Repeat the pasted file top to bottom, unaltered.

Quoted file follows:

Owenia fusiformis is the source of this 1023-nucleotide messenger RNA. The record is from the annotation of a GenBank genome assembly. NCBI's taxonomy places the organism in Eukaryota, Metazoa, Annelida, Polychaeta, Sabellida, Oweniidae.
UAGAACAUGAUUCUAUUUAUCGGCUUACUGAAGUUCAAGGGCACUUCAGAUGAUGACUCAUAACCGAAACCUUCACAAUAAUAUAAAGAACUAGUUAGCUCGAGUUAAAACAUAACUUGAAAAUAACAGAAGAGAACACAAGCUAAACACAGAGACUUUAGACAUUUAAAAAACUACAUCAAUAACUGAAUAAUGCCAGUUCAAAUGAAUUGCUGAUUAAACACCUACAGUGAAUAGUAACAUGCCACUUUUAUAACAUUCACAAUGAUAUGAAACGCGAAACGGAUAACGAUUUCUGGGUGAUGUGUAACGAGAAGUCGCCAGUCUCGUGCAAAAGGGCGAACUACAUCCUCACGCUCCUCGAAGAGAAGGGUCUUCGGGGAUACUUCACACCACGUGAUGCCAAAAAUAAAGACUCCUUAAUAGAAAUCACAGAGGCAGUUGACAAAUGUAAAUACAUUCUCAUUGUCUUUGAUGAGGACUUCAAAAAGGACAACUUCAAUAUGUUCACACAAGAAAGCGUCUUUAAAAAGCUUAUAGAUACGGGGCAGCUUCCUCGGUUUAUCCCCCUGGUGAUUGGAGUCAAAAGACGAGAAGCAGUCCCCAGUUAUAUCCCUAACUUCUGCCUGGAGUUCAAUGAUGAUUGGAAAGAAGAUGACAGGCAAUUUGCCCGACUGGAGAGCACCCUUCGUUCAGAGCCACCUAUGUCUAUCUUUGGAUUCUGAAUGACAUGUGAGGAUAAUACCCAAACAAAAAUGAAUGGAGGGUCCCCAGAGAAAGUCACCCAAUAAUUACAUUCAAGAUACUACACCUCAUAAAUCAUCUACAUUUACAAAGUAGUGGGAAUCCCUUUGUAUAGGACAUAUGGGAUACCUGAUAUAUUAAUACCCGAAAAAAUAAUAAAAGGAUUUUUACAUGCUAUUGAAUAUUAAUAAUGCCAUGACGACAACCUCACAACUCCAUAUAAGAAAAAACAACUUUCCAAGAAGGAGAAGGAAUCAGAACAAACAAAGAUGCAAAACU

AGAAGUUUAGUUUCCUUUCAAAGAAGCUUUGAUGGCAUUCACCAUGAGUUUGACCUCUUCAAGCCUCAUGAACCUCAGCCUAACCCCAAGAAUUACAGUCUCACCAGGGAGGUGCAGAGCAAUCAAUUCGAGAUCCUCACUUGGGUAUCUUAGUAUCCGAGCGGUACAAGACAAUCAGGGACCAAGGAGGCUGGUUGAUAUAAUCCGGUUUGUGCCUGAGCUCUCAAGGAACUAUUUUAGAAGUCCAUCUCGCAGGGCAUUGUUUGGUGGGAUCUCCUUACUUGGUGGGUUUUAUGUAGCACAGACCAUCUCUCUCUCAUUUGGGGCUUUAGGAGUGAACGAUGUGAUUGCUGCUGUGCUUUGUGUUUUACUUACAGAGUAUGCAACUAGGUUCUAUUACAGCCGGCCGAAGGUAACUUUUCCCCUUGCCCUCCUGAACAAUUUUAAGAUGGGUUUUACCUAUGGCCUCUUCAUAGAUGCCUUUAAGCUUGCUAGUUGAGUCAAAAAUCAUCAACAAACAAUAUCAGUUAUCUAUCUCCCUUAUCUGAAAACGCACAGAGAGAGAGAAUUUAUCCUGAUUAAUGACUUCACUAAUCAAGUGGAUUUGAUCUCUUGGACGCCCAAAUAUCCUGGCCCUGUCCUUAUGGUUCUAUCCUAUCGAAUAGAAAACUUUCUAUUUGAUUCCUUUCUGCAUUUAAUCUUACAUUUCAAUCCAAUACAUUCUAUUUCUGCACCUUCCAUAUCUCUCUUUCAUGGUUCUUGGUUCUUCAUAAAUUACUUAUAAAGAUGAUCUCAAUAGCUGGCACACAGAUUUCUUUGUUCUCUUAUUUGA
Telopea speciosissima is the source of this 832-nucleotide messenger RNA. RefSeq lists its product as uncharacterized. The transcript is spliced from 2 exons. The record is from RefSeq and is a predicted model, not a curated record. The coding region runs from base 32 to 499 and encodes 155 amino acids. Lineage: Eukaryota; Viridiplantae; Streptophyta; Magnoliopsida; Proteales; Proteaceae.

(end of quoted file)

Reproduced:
Owenia fusiformis is the source of this 1023-nucleotide messenger RNA. The record is from the annotation of a GenBank genome assembly. NCBI's taxonomy places the organism in Eukaryota, Metazoa, Annelida, Polychaeta, Sabellida, Oweniidae.
UAGAACAUGAUUCUAUUUAUCGGCUUACUGAAGUUCAAGGGCACUUCAGAUGAUGACUCAUAACCGAAACCUUCACAAUAAUAUAAAGAACUAGUUAGCUCGAGUUAAAACAUAACUUGAAAAUAACAGAAGAGAACACAAGCUAAACACAGAGACUUUAGACAUUUAAAAAACUACAUCAAUAACUGAAUAAUGCCAGUUCAAAUGAAUUGCUGAUUAAACACCUACAGUGAAUAGUAACAUGCCACUUUUAUAACAUUCACAAUGAUAUGAAACGCGAAACGGAUAACGAUUUCUGGGUGAUGUGUAACGAGAAGUCGCCAGUCUCGUGCAAAAGGGCGAACUACAUCCUCACGCUCCUCGAAGAGAAGGGUCUUCGGGGAUACUUCACACCACGUGAUGCCAAAAAUAAAGACUCCUUAAUAGAAAUCACAGAGGCAGUUGACAAAUGUAAAUACAUUCUCAUUGUCUUUGAUGAGGACUUCAAAAAGGACAACUUCAAUAUGUUCACACAAGAAAGCGUCUUUAAAAAGCUUAUAGAUACGGGGCAGCUUCCUCGGUUUAUCCCCCUGGUGAUUGGAGUCAAAAGACGAGAAGCAGUCCCCAGUUAUAUCCCUAACUUCUGCCUGGAGUUCAAUGAUGAUUGGAAAGAAGAUGACAGGCAAUUUGCCCGACUGGAGAGCACCCUUCGUUCAGAGCCACCUAUGUCUAUCUUUGGAUUCUGAAUGACAUGUGAGGAUAAUACCCAAACAAAAAUGAAUGGAGGGUCCCCAGAGAAAGUCACCCAAUAAUUACAUUCAAGAUACUACACCUCAUAAAUCAUCUACAUUUACAAAGUAGUGGGAAUCCCUUUGUAUAGGACAUAUGGGAUACCUGAUAUAUUAAUACCCGAAAAAAUAAUAAAAGGAUUUUUACAUGCUAUUGAAUAUUAAUAAUGCCAUGACGACAACCUCACAACUCCAUAUAAGAAAAAACAACUUUCCAAGAAGGAGAAGGAAUCAGAACAAACAAAGAUGCAAAACU

AGAAGUUUAGUUUCCUUUCAAAGAAGCUUUGAUGGCAUUCACCAUGAGUUUGACCUCUUCAAGCCUCAUGAACCUCAGCCUAACCCCAAGAAUUACAGUCUCACCAGGGAGGUGCAGAGCAAUCAAUUCGAGAUCCUCACUUGGGUAUCUUAGUAUCCGAGCGGUACAAGACAAUCAGGGACCAAGGAGGCUGGUUGAUAUAAUCCGGUUUGUGCCUGAGCUCUCAAGGAACUAUUUUAGAAGUCCAUCUCGCAGGGCAUUGUUUGGUGGGAUCUCCUUACUUGGUGGGUUUUAUGUAGCACAGACCAUCUCUCUCUCAUUUGGGGCUUUAGGAGUGAACGAUGUGAUUGCUGCUGUGCUUUGUGUUUUACUUACAGAGUAUGCAACUAGGUUCUAUUACAGCCGGCCGAAGGUAACUUUUCCCCUUGCCCUCCUGAACAAUUUUAAGAUGGGUUUUACCUAUGGCCUCUUCAUAGAUGCCUUUAAGCUUGCUAGUUGAGUCAAAAAUCAUCAACAAACAAUAUCAGUUAUCUAUCUCCCUUAUCUGAAAACGCACAGAGAGAGAGAAUUUAUCCUGAUUAAUGACUUCACUAAUCAAGUGGAUUUGAUCUCUUGGACGCCCAAAUAUCCUGGCCCUGUCCUUAUGGUUCUAUCCUAUCGAAUAGAAAACUUUCUAUUUGAUUCCUUUCUGCAUUUAAUCUUACAUUUCAAUCCAAUACAUUCUAUUUCUGCACCUUCCAUAUCUCUCUUUCAUGGUUCUUGGUUCUUCAUAAAUUACUUAUAAAGAUGAUCUCAAUAGCUGGCACACAGAUUUCUUUGUUCUCUUAUUUGA
Telopea speciosissima is the source of this 832-nucleotide messenger RNA. RefSeq lists its product as uncharacterized. The transcript is spliced from 2 exons. The record is from RefSeq and is a predicted model, not a curated record. The coding region runs from base 32 to 499 and encodes 155 amino acids. Lineage: Eukaryota; Viridiplantae; Streptophyta; Magnoliopsida; Proteales; Proteaceae.